Rotten, broken, dangerous Goosepond bridge is repaired

| 30 Nov 2017 | 06:00

By Frances Ruth Harris
— Volunteer trails worker Bob Fuller say the number to remember about the restoration of bridge at Goosepond Mountain State Park is 25:
2,500 hours of volunteer labor
2,500 eight-foot-long forms to support pouring the new arches
25 tons of hand mixed concrete, including 50 ten foot sections of rebar
25 tons of rock used to construct crib walls
25 tons of millings to surface the restored bridge
Thanks to all that work, and all that material, hikers at Goosepond will now be able to traverse the trail over the Seely Brook in style — and in safety.
Work first began when the Long Distance Trails Crew (LDTC) led by Chris Reyling, volunteer crew chief with New York New Jersey Trail Conference, cleared the access road and delivered supplies, including tons of concrete, rock, and millings. The trails crew did everything else, beginning on Jan. 27 to repair the bridge's hazardous, rotted decking. The Seely Brook starts from Walton Lake in Monroe and flows to the Hudson River.
The actual restoration work began on July 14 and was completed on Oct. 6.
The crew, which worked together like family, mixed by hand 580 80-pound bags of concrete requiring 500 feet of rebar and 3,600 pounds of water.
They built 145 square feet of crib wall along with upstream and downstream rock dolphins, structures that extend above the water level but not connected to the banks. They spread, with machine help from park personnel, tons of millings to complete the bridge surface.
The deepest pour into the side toward the center of the bridge required an eight-foot form. The finished bridge is 18 feet wide and 37 feet long.
The project required almost twice as much concrete, rebar, and stone as originally estimated. Every time the crew cleared more of the existing structure to make ready for further renovation, they discovered it was in worse shape than they thought. It was possible to see light from one arch to the other in the middle of the bridge.
Over the bridge and on to school Brenda Board Burgan read a message from her father, Clarence Board Jr., who grew up on the land that is now Goosepond Mountain State Park.
His grandfather, Wicks Seely Board, was born in 1862. He was a milkman in Chester and raised seven children.
Clarence Board Sr. was born in 1900, worked for Orange Oakland, and married Rosalie Mann. They built their house on Route 17M and raised five children. This is the same house the park ranger lives in today.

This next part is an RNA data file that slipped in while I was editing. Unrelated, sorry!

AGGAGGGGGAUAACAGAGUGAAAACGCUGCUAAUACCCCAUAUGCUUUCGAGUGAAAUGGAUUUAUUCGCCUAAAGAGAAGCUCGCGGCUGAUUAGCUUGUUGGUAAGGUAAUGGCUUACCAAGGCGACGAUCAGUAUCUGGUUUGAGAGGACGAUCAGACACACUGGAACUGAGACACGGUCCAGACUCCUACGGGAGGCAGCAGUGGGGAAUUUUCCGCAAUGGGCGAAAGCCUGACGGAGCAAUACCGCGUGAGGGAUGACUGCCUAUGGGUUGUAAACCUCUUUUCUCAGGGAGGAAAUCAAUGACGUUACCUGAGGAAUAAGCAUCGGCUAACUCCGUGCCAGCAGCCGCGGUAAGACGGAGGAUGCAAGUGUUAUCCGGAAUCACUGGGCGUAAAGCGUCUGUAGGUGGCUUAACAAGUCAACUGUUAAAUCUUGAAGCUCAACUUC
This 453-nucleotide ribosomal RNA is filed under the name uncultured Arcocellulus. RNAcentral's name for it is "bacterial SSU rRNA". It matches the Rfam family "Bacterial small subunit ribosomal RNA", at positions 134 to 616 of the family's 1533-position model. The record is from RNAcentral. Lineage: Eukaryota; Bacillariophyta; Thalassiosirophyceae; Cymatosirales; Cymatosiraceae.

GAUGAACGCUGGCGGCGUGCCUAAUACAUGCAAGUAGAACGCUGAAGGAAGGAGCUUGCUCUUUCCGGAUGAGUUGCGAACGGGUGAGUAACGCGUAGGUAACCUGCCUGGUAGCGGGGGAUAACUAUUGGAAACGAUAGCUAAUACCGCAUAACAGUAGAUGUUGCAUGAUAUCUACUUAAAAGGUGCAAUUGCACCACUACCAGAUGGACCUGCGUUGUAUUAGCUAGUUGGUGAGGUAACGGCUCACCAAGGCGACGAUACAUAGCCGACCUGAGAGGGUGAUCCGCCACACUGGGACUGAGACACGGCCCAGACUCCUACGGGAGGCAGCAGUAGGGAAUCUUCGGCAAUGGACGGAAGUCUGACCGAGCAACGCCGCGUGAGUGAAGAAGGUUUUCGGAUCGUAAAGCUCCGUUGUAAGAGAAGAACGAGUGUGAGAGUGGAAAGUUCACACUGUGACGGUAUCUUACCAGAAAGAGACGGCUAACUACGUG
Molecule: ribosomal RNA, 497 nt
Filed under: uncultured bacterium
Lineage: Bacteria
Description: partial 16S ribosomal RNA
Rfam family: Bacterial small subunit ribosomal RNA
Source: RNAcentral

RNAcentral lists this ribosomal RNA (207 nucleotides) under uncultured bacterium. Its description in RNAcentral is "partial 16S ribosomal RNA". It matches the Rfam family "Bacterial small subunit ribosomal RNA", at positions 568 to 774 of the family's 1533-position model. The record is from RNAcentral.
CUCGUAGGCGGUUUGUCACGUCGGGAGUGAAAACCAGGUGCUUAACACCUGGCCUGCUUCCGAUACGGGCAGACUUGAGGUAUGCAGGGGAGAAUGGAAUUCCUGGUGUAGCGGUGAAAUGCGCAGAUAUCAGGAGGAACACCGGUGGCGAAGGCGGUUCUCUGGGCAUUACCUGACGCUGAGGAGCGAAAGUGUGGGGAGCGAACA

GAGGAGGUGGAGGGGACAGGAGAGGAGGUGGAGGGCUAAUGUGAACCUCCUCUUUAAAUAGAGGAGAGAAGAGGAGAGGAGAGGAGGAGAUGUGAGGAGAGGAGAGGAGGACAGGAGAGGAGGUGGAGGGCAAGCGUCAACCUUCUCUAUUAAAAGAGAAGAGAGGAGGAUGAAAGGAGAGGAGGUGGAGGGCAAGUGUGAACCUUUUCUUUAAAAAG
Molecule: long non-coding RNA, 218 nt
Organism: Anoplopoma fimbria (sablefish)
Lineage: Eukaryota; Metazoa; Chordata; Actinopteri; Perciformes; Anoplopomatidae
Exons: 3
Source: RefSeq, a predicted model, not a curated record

Clarence Board Jr. and his wife, Nancy, built their house next to his parents' house on 17M in 1958.
In 1963, Palisades Park bought this large tract of land, which included property from Route 17M to Large Road, including the Board houses. There were six active farms on Lazy Hill Road at the time.
Clarence's parents were retired and planned to spend their remaining years in the home they built. Eventually they moved to Warwick. An old Board family cemetery in the park is in need of repair. There's also a cave where the outlaw Claudius Smith, “Cowboy of the Ramapos" (1736-1779) used to hide.
Brenda's school bus would travel down Lazy Hill Road and cross the bridge over Seely Brook. In the early 1960s, Brenda's daughter took the same route to school.
As Brenda and her sisters and brothers grew up, they swam and fished in Seeley Brook. Brenda's son David and his wife, Jane, made an impressive gift for the restoration of the bridge. Many others gave too.
Brenda said she and her family are so happy to see the Seely Brook bridge re-built so that future generations may safely enjoy Goosepond Mountain State Park.
A round of applauseThe crew enjoyed many thank-yous during the ceremony:
Erick Garnjost, crew leader
The New York State Office of Parks
Rose Harvey, Commissioner of the Recreation and Historic Preservation
Jeff and Elizabeth Zahn and the many individual donors who made the bridge restoration financially possible
The Bellvale Community
The Palisades Interstate Park Commission
The New York New Jersey Trail Conference
Protection Fence Inc.
The crew themselves thanked the more than 40 volunteers who made the project a success.
“You guys and gals of the LDTC (Long Distance Trail Crew) did an amazing job of rebuilding the bridge," said financial point man Jeff Zahn at the ribbon cutting. "After the initial inspection, it became more and more apparent how damaged the bridge was. The LDTC never wavered. With limited time and funds, the crew did an incredible job of bringing the bridge back to life. With smart planning, teamwork, a ton of hard work and a few tons of concrete, we proclaim the undying gratitude of the community.”
Everyone involved received certificates of appreciation. Tee shirts went to all Bellvale workers with a special thank you.
A lifetime achievement award was given to Bob Fuller for his work with the crew. Liz and Jeff Zahn framed Eric Garnjost's expert drawing of the new Seeley Brook bridge and presented it to him with gratitude and joy.